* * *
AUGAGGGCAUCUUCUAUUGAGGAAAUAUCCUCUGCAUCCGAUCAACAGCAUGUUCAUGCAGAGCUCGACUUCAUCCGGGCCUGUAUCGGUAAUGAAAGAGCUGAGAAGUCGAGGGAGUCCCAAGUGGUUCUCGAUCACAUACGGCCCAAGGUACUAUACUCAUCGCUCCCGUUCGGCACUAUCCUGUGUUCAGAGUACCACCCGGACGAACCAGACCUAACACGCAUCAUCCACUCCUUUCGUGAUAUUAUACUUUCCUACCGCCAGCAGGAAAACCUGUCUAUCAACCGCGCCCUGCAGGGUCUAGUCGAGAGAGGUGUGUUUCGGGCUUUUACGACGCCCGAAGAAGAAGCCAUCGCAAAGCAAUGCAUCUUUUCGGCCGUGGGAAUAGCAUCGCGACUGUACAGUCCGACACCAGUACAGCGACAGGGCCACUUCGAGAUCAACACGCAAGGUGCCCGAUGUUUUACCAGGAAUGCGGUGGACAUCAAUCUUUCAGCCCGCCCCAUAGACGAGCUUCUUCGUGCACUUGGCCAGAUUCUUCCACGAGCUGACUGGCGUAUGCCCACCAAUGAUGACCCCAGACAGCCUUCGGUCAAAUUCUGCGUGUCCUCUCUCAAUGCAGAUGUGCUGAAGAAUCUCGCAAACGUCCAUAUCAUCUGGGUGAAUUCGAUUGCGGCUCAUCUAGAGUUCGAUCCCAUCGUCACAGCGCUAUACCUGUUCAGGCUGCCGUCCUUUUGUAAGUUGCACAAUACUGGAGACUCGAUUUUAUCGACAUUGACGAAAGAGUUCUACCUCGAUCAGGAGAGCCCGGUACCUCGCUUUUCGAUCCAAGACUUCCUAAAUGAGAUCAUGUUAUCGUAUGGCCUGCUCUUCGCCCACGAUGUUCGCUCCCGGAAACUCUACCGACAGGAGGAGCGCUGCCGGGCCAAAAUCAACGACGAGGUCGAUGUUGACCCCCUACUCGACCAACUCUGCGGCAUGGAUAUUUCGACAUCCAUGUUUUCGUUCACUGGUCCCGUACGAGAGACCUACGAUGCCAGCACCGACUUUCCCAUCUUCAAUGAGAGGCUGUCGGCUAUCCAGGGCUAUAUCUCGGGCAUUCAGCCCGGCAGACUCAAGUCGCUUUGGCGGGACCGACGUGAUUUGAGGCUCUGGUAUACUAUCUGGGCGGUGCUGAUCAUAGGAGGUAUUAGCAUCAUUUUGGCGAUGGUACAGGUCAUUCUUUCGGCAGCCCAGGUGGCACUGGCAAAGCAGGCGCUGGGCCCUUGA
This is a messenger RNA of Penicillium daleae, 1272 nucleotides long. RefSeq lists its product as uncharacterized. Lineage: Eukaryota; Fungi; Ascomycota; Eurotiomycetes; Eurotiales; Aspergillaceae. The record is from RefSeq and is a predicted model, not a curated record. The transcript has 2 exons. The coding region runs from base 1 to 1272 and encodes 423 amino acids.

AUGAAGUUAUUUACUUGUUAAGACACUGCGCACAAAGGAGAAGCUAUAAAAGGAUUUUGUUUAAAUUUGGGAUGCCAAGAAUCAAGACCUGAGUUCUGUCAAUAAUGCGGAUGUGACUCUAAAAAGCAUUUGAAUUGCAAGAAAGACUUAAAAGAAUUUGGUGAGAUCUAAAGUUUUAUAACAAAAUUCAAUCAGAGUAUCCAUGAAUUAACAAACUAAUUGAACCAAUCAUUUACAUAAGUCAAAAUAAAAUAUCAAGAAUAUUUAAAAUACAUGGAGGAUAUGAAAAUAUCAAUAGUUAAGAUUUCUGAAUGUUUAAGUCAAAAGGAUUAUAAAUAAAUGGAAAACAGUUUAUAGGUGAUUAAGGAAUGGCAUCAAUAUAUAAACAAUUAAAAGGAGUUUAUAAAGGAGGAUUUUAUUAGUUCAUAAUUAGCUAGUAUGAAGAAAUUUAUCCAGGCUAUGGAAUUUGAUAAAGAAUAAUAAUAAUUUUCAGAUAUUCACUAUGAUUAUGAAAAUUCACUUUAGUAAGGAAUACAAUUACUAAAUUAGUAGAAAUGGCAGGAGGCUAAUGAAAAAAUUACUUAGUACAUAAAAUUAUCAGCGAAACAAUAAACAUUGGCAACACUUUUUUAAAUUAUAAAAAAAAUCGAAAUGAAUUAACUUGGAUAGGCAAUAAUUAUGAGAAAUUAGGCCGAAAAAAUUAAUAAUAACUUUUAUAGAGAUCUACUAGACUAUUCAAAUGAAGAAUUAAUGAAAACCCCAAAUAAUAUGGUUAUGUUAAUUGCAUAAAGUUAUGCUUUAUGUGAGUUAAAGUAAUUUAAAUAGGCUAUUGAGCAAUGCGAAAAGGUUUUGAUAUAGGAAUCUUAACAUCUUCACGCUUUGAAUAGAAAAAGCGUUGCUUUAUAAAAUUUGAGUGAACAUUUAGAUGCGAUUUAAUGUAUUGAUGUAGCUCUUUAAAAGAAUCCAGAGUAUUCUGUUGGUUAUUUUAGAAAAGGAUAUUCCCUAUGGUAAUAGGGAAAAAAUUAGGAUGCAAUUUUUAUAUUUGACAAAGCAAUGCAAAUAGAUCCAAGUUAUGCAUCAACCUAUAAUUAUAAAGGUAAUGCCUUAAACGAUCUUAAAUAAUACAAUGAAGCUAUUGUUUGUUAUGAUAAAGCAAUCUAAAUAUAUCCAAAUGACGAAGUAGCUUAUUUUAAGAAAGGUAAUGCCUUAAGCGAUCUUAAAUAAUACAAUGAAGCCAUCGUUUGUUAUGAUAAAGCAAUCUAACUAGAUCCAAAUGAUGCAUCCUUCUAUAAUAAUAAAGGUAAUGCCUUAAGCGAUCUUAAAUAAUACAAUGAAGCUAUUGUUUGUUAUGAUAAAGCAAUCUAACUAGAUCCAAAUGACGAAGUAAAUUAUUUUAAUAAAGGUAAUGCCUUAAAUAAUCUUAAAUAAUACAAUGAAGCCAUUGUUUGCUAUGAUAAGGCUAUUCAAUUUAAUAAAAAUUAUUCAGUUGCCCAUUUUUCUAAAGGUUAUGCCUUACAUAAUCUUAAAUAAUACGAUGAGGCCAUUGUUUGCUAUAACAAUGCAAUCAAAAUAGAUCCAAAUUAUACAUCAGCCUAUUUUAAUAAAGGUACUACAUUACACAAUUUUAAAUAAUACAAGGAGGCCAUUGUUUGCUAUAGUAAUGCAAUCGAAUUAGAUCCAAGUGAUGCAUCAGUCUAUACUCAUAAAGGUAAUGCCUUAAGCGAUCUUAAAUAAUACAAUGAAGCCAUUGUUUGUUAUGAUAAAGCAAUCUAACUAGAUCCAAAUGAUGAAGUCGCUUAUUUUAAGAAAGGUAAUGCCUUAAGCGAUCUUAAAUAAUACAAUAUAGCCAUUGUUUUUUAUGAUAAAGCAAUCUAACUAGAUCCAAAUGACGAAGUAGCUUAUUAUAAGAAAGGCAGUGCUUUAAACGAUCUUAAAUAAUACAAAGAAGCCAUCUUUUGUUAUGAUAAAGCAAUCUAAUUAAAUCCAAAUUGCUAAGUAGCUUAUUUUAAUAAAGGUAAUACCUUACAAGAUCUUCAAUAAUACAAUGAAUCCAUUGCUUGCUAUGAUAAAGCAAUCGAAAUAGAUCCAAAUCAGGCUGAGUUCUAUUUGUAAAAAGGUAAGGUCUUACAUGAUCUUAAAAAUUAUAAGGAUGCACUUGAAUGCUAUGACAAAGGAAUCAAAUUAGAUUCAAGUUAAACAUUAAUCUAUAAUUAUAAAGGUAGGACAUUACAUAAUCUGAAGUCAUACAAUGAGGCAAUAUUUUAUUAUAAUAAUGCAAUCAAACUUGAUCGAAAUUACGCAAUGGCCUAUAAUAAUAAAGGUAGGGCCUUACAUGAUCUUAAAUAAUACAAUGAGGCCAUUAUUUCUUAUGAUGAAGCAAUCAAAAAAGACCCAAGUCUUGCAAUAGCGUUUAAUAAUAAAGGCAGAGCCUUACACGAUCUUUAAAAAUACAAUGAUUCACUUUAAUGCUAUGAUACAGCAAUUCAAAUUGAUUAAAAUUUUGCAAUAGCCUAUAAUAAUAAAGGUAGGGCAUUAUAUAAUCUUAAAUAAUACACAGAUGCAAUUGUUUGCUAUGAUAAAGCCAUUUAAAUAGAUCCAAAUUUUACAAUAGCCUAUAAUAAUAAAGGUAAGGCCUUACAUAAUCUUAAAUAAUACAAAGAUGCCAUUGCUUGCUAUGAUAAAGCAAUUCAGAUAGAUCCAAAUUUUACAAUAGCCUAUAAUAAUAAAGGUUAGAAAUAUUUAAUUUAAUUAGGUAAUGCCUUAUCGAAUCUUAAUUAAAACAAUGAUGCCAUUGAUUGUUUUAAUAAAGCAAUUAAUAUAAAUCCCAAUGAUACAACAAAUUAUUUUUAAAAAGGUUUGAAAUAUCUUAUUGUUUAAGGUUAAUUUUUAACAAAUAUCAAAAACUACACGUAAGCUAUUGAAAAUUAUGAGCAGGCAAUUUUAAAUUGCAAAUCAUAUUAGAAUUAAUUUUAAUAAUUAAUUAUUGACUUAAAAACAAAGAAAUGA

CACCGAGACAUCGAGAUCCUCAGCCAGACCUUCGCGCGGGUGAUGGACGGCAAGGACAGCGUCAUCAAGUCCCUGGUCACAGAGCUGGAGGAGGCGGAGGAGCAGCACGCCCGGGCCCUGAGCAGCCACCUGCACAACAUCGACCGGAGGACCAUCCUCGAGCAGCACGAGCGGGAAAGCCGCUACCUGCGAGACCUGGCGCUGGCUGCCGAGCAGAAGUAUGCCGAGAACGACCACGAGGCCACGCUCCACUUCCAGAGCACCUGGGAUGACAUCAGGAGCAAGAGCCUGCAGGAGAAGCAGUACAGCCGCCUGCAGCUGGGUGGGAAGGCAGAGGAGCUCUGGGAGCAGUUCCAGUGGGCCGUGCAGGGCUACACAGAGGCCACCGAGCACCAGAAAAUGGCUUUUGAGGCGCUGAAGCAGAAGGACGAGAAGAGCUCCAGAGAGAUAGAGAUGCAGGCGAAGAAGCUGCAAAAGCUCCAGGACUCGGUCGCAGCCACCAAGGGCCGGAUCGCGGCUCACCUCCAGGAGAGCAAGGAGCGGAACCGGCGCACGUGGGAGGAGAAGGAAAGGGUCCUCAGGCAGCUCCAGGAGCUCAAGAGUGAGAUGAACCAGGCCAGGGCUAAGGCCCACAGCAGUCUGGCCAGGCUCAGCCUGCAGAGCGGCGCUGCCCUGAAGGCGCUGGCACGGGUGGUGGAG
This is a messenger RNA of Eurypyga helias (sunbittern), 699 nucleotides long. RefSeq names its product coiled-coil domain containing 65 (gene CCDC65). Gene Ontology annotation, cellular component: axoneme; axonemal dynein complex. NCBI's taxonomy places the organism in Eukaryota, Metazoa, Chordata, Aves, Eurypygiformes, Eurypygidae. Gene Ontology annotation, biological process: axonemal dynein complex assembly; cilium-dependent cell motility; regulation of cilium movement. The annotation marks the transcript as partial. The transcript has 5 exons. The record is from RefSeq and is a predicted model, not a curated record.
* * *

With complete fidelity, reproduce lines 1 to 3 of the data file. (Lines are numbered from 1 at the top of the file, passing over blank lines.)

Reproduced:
AUGAGGGCAUCUUCUAUUGAGGAAAUAUCCUCUGCAUCCGAUCAACAGCAUGUUCAUGCAGAGCUCGACUUCAUCCGGGCCUGUAUCGGUAAUGAAAGAGCUGAGAAGUCGAGGGAGUCCCAAGUGGUUCUCGAUCACAUACGGCCCAAGGUACUAUACUCAUCGCUCCCGUUCGGCACUAUCCUGUGUUCAGAGUACCACCCGGACGAACCAGACCUAACACGCAUCAUCCACUCCUUUCGUGAUAUUAUACUUUCCUACCGCCAGCAGGAAAACCUGUCUAUCAACCGCGCCCUGCAGGGUCUAGUCGAGAGAGGUGUGUUUCGGGCUUUUACGACGCCCGAAGAAGAAGCCAUCGCAAAGCAAUGCAUCUUUUCGGCCGUGGGAAUAGCAUCGCGACUGUACAGUCCGACACCAGUACAGCGACAGGGCCACUUCGAGAUCAACACGCAAGGUGCCCGAUGUUUUACCAGGAAUGCGGUGGACAUCAAUCUUUCAGCCCGCCCCAUAGACGAGCUUCUUCGUGCACUUGGCCAGAUUCUUCCACGAGCUGACUGGCGUAUGCCCACCAAUGAUGACCCCAGACAGCCUUCGGUCAAAUUCUGCGUGUCCUCUCUCAAUGCAGAUGUGCUGAAGAAUCUCGCAAACGUCCAUAUCAUCUGGGUGAAUUCGAUUGCGGCUCAUCUAGAGUUCGAUCCCAUCGUCACAGCGCUAUACCUGUUCAGGCUGCCGUCCUUUUGUAAGUUGCACAAUACUGGAGACUCGAUUUUAUCGACAUUGACGAAAGAGUUCUACCUCGAUCAGGAGAGCCCGGUACCUCGCUUUUCGAUCCAAGACUUCCUAAAUGAGAUCAUGUUAUCGUAUGGCCUGCUCUUCGCCCACGAUGUUCGCUCCCGGAAACUCUACCGACAGGAGGAGCGCUGCCGGGCCAAAAUCAACGACGAGGUCGAUGUUGACCCCCUACUCGACCAACUCUGCGGCAUGGAUAUUUCGACAUCCAUGUUUUCGUUCACUGGUCCCGUACGAGAGACCUACGAUGCCAGCACCGACUUUCCCAUCUUCAAUGAGAGGCUGUCGGCUAUCCAGGGCUAUAUCUCGGGCAUUCAGCCCGGCAGACUCAAGUCGCUUUGGCGGGACCGACGUGAUUUGAGGCUCUGGUAUACUAUCUGGGCGGUGCUGAUCAUAGGAGGUAUUAGCAUCAUUUUGGCGAUGGUACAGGUCAUUCUUUCGGCAGCCCAGGUGGCACUGGCAAAGCAGGCGCUGGGCCCUUGA
This is a messenger RNA of Penicillium daleae, 1272 nucleotides long. RefSeq lists its product as uncharacterized. Lineage: Eukaryota; Fungi; Ascomycota; Eurotiomycetes; Eurotiales; Aspergillaceae. The record is from RefSeq and is a predicted model, not a curated record. The transcript has 2 exons. The coding region runs from base 1 to 1272 and encodes 423 amino acids.

AUGAAGUUAUUUACUUGUUAAGACACUGCGCACAAAGGAGAAGCUAUAAAAGGAUUUUGUUUAAAUUUGGGAUGCCAAGAAUCAAGACCUGAGUUCUGUCAAUAAUGCGGAUGUGACUCUAAAAAGCAUUUGAAUUGCAAGAAAGACUUAAAAGAAUUUGGUGAGAUCUAAAGUUUUAUAACAAAAUUCAAUCAGAGUAUCCAUGAAUUAACAAACUAAUUGAACCAAUCAUUUACAUAAGUCAAAAUAAAAUAUCAAGAAUAUUUAAAAUACAUGGAGGAUAUGAAAAUAUCAAUAGUUAAGAUUUCUGAAUGUUUAAGUCAAAAGGAUUAUAAAUAAAUGGAAAACAGUUUAUAGGUGAUUAAGGAAUGGCAUCAAUAUAUAAACAAUUAAAAGGAGUUUAUAAAGGAGGAUUUUAUUAGUUCAUAAUUAGCUAGUAUGAAGAAAUUUAUCCAGGCUAUGGAAUUUGAUAAAGAAUAAUAAUAAUUUUCAGAUAUUCACUAUGAUUAUGAAAAUUCACUUUAGUAAGGAAUACAAUUACUAAAUUAGUAGAAAUGGCAGGAGGCUAAUGAAAAAAUUACUUAGUACAUAAAAUUAUCAGCGAAACAAUAAACAUUGGCAACACUUUUUUAAAUUAUAAAAAAAAUCGAAAUGAAUUAACUUGGAUAGGCAAUAAUUAUGAGAAAUUAGGCCGAAAAAAUUAAUAAUAACUUUUAUAGAGAUCUACUAGACUAUUCAAAUGAAGAAUUAAUGAAAACCCCAAAUAAUAUGGUUAUGUUAAUUGCAUAAAGUUAUGCUUUAUGUGAGUUAAAGUAAUUUAAAUAGGCUAUUGAGCAAUGCGAAAAGGUUUUGAUAUAGGAAUCUUAACAUCUUCACGCUUUGAAUAGAAAAAGCGUUGCUUUAUAAAAUUUGAGUGAACAUUUAGAUGCGAUUUAAUGUAUUGAUGUAGCUCUUUAAAAGAAUCCAGAGUAUUCUGUUGGUUAUUUUAGAAAAGGAUAUUCCCUAUGGUAAUAGGGAAAAAAUUAGGAUGCAAUUUUUAUAUUUGACAAAGCAAUGCAAAUAGAUCCAAGUUAUGCAUCAACCUAUAAUUAUAAAGGUAAUGCCUUAAACGAUCUUAAAUAAUACAAUGAAGCUAUUGUUUGUUAUGAUAAAGCAAUCUAAAUAUAUCCAAAUGACGAAGUAGCUUAUUUUAAGAAAGGUAAUGCCUUAAGCGAUCUUAAAUAAUACAAUGAAGCCAUCGUUUGUUAUGAUAAAGCAAUCUAACUAGAUCCAAAUGAUGCAUCCUUCUAUAAUAAUAAAGGUAAUGCCUUAAGCGAUCUUAAAUAAUACAAUGAAGCUAUUGUUUGUUAUGAUAAAGCAAUCUAACUAGAUCCAAAUGACGAAGUAAAUUAUUUUAAUAAAGGUAAUGCCUUAAAUAAUCUUAAAUAAUACAAUGAAGCCAUUGUUUGCUAUGAUAAGGCUAUUCAAUUUAAUAAAAAUUAUUCAGUUGCCCAUUUUUCUAAAGGUUAUGCCUUACAUAAUCUUAAAUAAUACGAUGAGGCCAUUGUUUGCUAUAACAAUGCAAUCAAAAUAGAUCCAAAUUAUACAUCAGCCUAUUUUAAUAAAGGUACUACAUUACACAAUUUUAAAUAAUACAAGGAGGCCAUUGUUUGCUAUAGUAAUGCAAUCGAAUUAGAUCCAAGUGAUGCAUCAGUCUAUACUCAUAAAGGUAAUGCCUUAAGCGAUCUUAAAUAAUACAAUGAAGCCAUUGUUUGUUAUGAUAAAGCAAUCUAACUAGAUCCAAAUGAUGAAGUCGCUUAUUUUAAGAAAGGUAAUGCCUUAAGCGAUCUUAAAUAAUACAAUAUAGCCAUUGUUUUUUAUGAUAAAGCAAUCUAACUAGAUCCAAAUGACGAAGUAGCUUAUUAUAAGAAAGGCAGUGCUUUAAACGAUCUUAAAUAAUACAAAGAAGCCAUCUUUUGUUAUGAUAAAGCAAUCUAAUUAAAUCCAAAUUGCUAAGUAGCUUAUUUUAAUAAAGGUAAUACCUUACAAGAUCUUCAAUAAUACAAUGAAUCCAUUGCUUGCUAUGAUAAAGCAAUCGAAAUAGAUCCAAAUCAGGCUGAGUUCUAUUUGUAAAAAGGUAAGGUCUUACAUGAUCUUAAAAAUUAUAAGGAUGCACUUGAAUGCUAUGACAAAGGAAUCAAAUUAGAUUCAAGUUAAACAUUAAUCUAUAAUUAUAAAGGUAGGACAUUACAUAAUCUGAAGUCAUACAAUGAGGCAAUAUUUUAUUAUAAUAAUGCAAUCAAACUUGAUCGAAAUUACGCAAUGGCCUAUAAUAAUAAAGGUAGGGCCUUACAUGAUCUUAAAUAAUACAAUGAGGCCAUUAUUUCUUAUGAUGAAGCAAUCAAAAAAGACCCAAGUCUUGCAAUAGCGUUUAAUAAUAAAGGCAGAGCCUUACACGAUCUUUAAAAAUACAAUGAUUCACUUUAAUGCUAUGAUACAGCAAUUCAAAUUGAUUAAAAUUUUGCAAUAGCCUAUAAUAAUAAAGGUAGGGCAUUAUAUAAUCUUAAAUAAUACACAGAUGCAAUUGUUUGCUAUGAUAAAGCCAUUUAAAUAGAUCCAAAUUUUACAAUAGCCUAUAAUAAUAAAGGUAAGGCCUUACAUAAUCUUAAAUAAUACAAAGAUGCCAUUGCUUGCUAUGAUAAAGCAAUUCAGAUAGAUCCAAAUUUUACAAUAGCCUAUAAUAAUAAAGGUUAGAAAUAUUUAAUUUAAUUAGGUAAUGCCUUAUCGAAUCUUAAUUAAAACAAUGAUGCCAUUGAUUGUUUUAAUAAAGCAAUUAAUAUAAAUCCCAAUGAUACAACAAAUUAUUUUUAAAAAGGUUUGAAAUAUCUUAUUGUUUAAGGUUAAUUUUUAACAAAUAUCAAAAACUACACGUAAGCUAUUGAAAAUUAUGAGCAGGCAAUUUUAAAUUGCAAAUCAUAUUAGAAUUAAUUUUAAUAAUUAAUUAUUGACUUAAAAACAAAGAAAUGA